# Why does tan(t) touch the unit circle at (1,0)? I can't get my head around this, any help would be very much appreciated. Thanks

EDIT: t is an angle, where 0 < t < 90, angle t is in degrees EDIT: Added a picture I lifted from google

• Please clarify: What is $t$? – Ryuky Mar 25 '13 at 12:48
• an angle, 0<t<90 – seeker Mar 25 '13 at 12:51
• angle in radians or degrees? – Arjang Mar 25 '13 at 12:53
• It's in degrees – seeker Mar 25 '13 at 13:00
• For convenience. You could well define another function, puting this line anywhere, but it wouldn't give all these pretty formulas. By the way, if your line touches $(0,1)$, then you get cotangent. – Jean-Claude Arbaut Mar 25 '13 at 13:52

I think what you're trying to express is that the length of the vertical segment joining $P=(1,0)$ to the point labelled $R$ in the diagram is the value of $\tan h$ where $h$ is the angle in the diagram. When $R$ is above the $x$ axis (as in the diagram), this is true by using the definition of $\tan h$ as "opposite over adjacent", because in this picture the "adjacent" has length $1$, being the segment from $O=(0,0)$ to $P=(1,0).$

The same thing works if $R$ happens to be below the $x$ axis, provided we interpret the segment joining $P$ to $R$ as having negative length (i.e. "signed length" is negative) because it extends downward from $P$ Think of the vertical line through $P$ as a real axis, labelled with numbers going positive in the upward direction.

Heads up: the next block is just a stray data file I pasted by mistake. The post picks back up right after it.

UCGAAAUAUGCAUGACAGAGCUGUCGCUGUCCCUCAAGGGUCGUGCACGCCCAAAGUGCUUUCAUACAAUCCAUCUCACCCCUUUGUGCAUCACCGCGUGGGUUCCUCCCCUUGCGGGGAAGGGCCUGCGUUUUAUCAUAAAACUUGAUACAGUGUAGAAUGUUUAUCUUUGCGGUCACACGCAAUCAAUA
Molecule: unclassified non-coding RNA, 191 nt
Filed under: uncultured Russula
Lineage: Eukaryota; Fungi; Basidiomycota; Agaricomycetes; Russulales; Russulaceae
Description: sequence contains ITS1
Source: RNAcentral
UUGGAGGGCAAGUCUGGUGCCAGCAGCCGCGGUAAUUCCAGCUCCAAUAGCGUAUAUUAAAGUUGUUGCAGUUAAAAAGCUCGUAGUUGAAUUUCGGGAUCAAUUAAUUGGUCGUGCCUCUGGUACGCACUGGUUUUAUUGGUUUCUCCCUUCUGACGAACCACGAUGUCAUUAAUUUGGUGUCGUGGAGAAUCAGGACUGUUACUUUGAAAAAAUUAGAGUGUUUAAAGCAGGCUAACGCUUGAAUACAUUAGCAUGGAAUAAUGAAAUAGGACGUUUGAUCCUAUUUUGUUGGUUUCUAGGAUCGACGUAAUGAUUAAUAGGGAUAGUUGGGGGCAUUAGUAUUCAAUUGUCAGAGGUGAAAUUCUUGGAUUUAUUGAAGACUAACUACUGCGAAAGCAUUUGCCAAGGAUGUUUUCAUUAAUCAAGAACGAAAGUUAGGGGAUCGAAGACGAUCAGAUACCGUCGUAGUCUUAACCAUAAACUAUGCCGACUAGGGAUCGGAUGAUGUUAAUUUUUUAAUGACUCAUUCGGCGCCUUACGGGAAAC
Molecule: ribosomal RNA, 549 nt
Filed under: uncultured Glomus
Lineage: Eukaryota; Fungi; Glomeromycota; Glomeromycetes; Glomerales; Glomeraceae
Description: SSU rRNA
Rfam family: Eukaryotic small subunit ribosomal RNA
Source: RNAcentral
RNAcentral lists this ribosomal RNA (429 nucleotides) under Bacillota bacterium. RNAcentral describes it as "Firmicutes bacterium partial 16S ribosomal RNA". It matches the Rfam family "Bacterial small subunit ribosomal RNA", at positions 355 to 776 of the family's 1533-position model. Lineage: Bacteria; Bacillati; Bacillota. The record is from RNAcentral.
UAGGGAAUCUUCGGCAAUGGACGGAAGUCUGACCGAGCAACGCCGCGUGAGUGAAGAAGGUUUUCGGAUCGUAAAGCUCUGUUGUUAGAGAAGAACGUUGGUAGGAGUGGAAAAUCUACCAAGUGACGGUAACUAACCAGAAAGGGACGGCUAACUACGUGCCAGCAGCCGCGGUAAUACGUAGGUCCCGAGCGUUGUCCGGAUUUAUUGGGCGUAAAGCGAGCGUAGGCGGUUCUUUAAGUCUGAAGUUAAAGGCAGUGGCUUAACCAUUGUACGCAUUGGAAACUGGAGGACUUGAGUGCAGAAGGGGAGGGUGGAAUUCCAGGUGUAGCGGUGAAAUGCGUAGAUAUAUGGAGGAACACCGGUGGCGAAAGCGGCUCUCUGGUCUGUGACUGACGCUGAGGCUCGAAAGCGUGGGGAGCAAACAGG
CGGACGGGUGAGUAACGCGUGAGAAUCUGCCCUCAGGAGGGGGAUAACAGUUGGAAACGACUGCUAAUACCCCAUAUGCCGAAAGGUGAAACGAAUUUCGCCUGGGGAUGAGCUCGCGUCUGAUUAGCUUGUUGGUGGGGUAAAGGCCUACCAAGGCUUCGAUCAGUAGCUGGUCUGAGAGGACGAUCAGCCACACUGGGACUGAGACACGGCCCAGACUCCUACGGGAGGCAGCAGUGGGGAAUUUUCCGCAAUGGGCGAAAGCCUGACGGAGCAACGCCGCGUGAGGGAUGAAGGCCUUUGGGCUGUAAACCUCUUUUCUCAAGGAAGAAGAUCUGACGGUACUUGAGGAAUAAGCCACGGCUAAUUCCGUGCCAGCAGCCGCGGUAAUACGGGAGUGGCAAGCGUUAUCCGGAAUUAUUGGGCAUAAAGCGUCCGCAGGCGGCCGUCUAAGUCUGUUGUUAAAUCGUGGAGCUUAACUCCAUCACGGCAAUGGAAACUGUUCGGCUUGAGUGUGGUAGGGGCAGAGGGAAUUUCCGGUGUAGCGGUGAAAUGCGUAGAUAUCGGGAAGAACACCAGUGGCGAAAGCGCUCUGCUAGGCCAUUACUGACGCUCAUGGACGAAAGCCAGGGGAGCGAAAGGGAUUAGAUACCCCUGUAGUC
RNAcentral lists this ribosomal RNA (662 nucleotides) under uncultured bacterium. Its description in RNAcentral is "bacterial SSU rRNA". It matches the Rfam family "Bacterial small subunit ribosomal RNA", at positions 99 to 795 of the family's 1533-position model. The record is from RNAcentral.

• That seems to have jolted some neurons! I get it, thanks! – seeker Mar 25 '13 at 13:36

What the picture shows is that the right triangle $OSQ$ is similar to the right triangle $OPR$. In particular, $$\tan(h)=\frac{\sin(h)}{\cos(h)}$$ by definition, and trivially, $$\tan(h)=\frac{\tan(h)}1.$$ The length of $OS$ is $\cos(h)$ ahd the length of $SQ$ is $\sin(h)$ by definition. Since it's a unit circle, then the length of $OP$ is $1$, so by similarity, the length of $PR$ is therefore $\tan(h)$.

• Exactly! The $\tan(t)$ that lies tangent to the circle isn't the function of the graph. It's just the length of the line. – Brian Silva Mar 25 '13 at 13:36

Let us find the intersection of the Unit Circle is $x^2+y^2=1$ with the line $y=\tan t$

So, $x^2=1-y^2=1-\tan^2t\implies x^2+\tan^2t-1=0$

This is a Quadratic equation in $x$

For tangency, the two roots must be equal i.e., the discriminant $(0)^2-4\cdot1\cdot(\tan^2t-1)$ must be $0$

$\implies \tan^2t=1\implies \tan t=1$ as $0^\circ<t<90^\circ$

$\implies x=0, y=1$

So, $y=\tan t$ is tangent of the Unit Circle at $(0,1)$